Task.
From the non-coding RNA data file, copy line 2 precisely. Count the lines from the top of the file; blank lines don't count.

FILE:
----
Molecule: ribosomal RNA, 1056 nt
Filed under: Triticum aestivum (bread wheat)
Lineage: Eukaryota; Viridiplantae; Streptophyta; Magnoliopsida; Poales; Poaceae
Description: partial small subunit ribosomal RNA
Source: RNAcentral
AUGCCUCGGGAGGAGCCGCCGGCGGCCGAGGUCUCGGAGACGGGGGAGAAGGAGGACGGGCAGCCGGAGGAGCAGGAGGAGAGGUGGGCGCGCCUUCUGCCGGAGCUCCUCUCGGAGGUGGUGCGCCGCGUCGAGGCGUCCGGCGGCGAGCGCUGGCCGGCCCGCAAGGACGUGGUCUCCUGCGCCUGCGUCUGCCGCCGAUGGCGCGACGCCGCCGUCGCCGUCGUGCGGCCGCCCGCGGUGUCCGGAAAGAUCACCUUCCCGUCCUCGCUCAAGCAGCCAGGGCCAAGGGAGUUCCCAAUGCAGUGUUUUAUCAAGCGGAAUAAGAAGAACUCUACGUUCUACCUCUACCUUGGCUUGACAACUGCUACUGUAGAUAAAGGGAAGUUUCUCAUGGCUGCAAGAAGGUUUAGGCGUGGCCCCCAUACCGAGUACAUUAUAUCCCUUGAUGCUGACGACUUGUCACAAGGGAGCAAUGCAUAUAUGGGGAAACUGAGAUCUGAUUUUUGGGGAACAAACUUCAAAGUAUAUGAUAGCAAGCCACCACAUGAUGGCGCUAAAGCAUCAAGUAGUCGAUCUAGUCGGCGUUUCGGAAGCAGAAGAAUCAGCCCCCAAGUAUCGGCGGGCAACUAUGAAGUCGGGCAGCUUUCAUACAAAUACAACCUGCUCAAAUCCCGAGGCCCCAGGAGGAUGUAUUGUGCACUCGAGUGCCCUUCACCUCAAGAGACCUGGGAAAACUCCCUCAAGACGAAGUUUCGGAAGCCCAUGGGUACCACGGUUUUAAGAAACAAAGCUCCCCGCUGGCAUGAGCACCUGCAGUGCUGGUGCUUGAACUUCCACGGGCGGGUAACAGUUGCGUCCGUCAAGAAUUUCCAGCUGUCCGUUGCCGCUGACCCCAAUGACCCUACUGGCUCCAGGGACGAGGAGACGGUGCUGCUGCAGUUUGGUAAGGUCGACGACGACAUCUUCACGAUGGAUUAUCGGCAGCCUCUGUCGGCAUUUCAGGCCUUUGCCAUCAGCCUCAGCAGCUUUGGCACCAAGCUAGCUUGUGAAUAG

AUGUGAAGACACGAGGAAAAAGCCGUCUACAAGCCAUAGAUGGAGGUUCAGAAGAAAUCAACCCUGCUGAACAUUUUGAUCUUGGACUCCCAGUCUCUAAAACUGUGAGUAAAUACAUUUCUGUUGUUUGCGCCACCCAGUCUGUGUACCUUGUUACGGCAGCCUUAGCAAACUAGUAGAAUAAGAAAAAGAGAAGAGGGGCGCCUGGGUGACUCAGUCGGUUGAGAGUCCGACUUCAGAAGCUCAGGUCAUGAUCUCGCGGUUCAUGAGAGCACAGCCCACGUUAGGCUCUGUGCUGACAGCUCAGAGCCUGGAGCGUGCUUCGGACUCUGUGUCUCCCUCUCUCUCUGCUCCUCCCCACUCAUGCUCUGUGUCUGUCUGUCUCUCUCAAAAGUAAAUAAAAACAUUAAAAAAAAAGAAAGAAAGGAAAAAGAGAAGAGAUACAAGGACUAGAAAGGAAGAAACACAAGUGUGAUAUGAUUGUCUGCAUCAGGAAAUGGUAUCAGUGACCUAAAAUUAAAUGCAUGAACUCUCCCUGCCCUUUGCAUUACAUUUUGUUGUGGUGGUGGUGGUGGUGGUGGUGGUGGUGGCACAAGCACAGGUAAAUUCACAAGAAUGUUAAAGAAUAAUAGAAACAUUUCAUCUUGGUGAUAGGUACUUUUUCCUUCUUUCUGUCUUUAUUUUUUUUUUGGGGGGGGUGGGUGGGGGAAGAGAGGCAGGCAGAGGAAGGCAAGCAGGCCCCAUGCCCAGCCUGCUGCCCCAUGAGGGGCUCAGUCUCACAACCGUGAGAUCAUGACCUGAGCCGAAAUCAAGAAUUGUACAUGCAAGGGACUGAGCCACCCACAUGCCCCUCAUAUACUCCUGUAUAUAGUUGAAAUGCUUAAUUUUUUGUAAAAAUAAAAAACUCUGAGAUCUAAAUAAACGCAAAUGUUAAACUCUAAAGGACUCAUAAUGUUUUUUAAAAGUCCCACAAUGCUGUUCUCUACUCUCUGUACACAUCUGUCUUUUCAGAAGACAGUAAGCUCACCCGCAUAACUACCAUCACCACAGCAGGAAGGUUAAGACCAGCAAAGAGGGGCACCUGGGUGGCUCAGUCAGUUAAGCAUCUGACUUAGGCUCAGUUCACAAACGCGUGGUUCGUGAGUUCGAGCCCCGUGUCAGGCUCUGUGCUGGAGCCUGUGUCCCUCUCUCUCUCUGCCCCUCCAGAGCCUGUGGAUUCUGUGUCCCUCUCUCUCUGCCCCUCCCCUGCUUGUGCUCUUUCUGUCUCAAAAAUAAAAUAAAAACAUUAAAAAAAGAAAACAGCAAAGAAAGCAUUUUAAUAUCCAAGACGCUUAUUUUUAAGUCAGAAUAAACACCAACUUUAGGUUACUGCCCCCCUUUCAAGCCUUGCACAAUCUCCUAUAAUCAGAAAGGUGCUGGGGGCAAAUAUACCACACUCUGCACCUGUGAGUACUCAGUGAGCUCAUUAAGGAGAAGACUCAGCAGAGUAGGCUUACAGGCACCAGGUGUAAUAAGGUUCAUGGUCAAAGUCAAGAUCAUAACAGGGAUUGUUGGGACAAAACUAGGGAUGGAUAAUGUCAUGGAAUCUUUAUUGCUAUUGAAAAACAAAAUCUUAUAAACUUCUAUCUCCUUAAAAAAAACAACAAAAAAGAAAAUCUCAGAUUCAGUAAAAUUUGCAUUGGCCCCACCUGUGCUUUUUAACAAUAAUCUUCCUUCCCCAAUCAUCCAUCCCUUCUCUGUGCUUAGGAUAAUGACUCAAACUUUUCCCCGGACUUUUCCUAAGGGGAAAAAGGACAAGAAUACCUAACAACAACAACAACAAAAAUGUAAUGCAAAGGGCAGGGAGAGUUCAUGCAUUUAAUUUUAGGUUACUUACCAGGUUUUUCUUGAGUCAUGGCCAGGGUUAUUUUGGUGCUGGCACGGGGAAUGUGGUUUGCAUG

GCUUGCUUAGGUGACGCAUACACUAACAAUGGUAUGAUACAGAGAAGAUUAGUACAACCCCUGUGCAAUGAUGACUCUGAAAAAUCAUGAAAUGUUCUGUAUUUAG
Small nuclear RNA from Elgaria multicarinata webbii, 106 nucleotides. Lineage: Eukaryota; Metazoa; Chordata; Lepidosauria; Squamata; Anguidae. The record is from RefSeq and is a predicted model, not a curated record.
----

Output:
Filed under: Triticum aestivum (bread wheat)